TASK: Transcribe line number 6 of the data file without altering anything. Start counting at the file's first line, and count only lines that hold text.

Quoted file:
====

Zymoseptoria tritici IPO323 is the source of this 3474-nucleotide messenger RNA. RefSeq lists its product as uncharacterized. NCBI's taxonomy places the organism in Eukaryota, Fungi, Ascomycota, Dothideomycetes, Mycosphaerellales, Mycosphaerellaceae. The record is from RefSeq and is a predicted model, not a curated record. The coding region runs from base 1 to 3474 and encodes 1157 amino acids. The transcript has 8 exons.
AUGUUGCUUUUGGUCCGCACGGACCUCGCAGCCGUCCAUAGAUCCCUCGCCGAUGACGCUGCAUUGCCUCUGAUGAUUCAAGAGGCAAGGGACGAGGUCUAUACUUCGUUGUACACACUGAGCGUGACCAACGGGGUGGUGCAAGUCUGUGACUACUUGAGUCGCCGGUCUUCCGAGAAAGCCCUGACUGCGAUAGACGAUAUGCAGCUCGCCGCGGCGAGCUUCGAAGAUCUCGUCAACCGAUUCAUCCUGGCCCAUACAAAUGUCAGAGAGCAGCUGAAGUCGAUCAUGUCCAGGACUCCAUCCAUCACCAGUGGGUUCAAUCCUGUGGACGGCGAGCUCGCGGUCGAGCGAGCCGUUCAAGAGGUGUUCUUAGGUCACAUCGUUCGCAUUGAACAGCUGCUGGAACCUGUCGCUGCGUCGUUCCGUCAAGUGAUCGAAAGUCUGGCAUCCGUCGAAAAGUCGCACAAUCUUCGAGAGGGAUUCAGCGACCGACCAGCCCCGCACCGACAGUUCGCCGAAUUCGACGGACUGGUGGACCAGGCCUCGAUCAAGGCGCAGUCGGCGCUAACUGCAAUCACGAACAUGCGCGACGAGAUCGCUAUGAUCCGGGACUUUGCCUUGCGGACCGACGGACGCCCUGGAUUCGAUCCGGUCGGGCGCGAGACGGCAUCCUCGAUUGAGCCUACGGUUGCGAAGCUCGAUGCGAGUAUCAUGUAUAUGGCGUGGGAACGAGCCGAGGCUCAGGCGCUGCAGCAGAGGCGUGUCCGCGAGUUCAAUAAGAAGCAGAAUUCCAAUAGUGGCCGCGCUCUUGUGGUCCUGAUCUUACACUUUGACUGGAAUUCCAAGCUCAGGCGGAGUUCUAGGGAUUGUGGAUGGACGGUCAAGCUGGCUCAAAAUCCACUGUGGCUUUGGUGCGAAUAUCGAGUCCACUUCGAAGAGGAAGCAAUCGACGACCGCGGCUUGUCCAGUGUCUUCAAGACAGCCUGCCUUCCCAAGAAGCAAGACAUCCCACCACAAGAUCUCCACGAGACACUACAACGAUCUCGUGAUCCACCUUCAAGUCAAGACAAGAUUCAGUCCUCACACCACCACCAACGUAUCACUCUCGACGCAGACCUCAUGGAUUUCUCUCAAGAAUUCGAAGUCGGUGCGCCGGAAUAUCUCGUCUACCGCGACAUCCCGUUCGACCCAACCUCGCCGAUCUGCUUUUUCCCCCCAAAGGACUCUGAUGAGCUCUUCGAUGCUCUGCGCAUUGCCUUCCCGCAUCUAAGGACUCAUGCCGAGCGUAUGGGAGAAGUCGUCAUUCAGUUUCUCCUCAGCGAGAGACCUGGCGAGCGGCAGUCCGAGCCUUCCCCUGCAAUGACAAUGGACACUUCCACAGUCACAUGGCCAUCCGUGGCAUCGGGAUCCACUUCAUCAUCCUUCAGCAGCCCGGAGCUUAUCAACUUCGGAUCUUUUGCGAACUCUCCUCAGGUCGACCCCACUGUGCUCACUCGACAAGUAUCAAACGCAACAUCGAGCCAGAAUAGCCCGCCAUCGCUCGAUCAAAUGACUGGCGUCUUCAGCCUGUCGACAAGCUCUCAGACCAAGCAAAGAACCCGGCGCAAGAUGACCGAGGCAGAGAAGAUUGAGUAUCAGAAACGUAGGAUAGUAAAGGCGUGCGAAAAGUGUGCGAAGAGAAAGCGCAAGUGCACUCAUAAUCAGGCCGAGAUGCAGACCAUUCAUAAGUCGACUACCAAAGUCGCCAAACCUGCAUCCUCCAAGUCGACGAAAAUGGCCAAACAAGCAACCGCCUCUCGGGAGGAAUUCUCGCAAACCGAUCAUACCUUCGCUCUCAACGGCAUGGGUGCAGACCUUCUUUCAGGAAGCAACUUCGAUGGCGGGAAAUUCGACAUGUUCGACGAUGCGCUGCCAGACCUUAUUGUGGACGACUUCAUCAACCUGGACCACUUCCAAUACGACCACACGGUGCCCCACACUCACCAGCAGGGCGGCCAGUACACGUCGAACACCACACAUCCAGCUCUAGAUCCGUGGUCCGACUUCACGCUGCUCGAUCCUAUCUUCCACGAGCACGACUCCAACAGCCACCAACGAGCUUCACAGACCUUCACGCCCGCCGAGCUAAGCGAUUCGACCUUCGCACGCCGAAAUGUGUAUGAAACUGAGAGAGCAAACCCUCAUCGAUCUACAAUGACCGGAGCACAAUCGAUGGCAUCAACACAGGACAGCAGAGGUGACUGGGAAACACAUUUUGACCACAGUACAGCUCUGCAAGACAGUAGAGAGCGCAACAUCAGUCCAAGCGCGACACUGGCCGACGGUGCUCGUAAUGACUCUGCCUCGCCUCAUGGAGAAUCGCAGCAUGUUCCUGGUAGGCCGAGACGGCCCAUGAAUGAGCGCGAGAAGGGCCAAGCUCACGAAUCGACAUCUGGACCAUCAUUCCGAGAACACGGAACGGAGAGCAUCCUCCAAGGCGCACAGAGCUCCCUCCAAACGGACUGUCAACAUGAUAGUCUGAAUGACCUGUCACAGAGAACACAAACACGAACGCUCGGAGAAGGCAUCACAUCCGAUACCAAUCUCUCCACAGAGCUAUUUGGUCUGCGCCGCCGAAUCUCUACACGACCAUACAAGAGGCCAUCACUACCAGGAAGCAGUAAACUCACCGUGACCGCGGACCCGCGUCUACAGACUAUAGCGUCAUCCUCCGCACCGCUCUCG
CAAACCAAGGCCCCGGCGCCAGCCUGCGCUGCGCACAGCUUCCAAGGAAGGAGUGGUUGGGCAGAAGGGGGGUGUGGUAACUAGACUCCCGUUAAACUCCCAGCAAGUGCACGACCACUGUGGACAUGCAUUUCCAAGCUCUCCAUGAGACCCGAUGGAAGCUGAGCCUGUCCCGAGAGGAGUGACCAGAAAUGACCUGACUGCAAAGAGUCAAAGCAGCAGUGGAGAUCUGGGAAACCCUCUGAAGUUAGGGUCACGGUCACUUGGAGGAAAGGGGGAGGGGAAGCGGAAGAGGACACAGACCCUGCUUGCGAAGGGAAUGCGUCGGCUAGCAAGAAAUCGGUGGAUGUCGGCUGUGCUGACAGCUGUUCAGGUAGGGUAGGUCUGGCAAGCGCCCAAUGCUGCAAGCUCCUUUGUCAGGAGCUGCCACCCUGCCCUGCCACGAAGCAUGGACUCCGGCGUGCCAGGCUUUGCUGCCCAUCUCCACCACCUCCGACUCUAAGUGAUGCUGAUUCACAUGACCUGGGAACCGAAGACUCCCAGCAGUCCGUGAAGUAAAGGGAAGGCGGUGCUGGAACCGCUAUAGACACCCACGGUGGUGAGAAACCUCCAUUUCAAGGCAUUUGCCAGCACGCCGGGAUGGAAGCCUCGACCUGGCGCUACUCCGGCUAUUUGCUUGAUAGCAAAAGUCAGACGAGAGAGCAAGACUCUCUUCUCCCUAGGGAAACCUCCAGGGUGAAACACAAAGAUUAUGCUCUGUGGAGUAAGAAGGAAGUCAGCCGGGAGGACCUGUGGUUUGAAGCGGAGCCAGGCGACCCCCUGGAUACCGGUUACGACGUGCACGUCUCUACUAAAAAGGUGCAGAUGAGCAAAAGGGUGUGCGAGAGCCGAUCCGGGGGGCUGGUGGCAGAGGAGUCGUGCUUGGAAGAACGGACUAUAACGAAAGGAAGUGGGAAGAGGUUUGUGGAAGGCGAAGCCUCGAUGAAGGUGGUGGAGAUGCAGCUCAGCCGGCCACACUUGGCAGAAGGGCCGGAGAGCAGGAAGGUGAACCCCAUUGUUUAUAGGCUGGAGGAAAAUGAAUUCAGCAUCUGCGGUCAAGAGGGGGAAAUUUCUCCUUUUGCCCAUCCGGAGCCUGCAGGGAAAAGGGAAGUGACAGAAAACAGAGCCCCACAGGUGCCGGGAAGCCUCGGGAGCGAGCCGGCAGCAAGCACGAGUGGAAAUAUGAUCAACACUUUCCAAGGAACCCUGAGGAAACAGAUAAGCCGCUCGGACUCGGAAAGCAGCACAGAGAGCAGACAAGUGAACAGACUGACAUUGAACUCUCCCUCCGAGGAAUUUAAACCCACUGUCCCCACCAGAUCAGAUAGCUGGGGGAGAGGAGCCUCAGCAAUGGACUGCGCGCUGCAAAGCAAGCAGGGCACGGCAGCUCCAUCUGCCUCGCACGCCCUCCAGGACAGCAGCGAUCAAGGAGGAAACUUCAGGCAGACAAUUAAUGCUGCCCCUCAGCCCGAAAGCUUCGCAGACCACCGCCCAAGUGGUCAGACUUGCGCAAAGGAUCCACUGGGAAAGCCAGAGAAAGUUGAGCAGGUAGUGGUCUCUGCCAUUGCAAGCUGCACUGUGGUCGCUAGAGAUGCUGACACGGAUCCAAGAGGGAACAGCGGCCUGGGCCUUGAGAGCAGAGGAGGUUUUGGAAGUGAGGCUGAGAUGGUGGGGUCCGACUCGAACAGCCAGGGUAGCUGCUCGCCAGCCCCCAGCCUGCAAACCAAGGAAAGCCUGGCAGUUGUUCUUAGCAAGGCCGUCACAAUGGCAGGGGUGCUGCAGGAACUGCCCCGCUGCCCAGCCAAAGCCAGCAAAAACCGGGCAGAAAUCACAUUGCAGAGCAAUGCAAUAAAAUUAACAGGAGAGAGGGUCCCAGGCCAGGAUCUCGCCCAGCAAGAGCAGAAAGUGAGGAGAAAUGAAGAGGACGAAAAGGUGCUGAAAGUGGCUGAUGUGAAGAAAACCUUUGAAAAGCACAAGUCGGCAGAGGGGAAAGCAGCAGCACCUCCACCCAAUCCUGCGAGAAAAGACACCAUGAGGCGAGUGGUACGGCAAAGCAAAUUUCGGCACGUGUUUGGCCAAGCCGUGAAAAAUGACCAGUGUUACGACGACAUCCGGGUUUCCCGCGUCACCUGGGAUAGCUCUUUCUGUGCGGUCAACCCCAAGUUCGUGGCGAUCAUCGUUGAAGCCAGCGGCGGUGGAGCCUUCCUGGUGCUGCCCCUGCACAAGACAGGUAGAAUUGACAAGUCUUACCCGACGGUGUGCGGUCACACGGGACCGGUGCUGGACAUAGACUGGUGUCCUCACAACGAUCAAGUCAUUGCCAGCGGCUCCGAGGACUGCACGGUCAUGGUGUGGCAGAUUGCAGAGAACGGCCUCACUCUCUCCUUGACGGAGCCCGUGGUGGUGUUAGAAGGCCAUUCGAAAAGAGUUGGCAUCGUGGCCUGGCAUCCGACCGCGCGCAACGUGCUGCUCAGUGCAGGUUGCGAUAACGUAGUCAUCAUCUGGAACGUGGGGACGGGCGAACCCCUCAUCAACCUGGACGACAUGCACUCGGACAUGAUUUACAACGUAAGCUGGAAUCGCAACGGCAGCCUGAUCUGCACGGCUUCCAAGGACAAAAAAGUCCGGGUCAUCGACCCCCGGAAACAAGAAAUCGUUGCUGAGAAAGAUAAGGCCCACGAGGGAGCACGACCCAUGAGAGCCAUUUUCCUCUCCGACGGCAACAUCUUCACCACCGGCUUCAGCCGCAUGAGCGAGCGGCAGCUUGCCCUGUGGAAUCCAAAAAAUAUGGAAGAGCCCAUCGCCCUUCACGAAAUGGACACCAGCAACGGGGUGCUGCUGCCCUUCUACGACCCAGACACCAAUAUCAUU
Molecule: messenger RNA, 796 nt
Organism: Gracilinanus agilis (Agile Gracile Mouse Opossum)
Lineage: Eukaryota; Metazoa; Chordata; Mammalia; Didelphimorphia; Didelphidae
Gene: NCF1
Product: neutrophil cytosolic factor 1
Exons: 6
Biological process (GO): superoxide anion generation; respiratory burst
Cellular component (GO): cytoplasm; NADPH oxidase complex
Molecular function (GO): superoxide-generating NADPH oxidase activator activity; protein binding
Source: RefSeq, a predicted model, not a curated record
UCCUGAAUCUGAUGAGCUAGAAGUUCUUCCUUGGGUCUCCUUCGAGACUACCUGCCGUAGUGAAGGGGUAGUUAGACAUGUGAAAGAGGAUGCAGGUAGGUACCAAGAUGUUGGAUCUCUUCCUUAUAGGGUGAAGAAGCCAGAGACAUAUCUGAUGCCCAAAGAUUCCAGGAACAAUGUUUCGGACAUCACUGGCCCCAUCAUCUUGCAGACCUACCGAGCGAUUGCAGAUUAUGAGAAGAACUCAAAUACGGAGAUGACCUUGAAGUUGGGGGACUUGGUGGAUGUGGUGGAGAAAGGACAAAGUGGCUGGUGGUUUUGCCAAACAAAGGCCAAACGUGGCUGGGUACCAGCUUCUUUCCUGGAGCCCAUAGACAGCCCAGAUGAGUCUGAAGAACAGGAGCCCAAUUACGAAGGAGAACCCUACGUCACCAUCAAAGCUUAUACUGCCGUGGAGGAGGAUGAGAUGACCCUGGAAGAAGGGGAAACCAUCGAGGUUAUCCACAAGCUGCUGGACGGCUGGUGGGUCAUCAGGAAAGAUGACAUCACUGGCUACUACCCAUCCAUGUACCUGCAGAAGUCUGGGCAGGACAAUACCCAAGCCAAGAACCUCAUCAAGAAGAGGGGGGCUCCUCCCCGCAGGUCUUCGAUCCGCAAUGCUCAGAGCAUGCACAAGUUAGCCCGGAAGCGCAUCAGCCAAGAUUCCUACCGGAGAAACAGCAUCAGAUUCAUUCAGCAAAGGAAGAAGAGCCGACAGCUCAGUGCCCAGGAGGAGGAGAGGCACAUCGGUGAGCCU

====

Lineage: Eukaryota; Metazoa; Chordata; Mammalia; Didelphimorphia; Didelphidae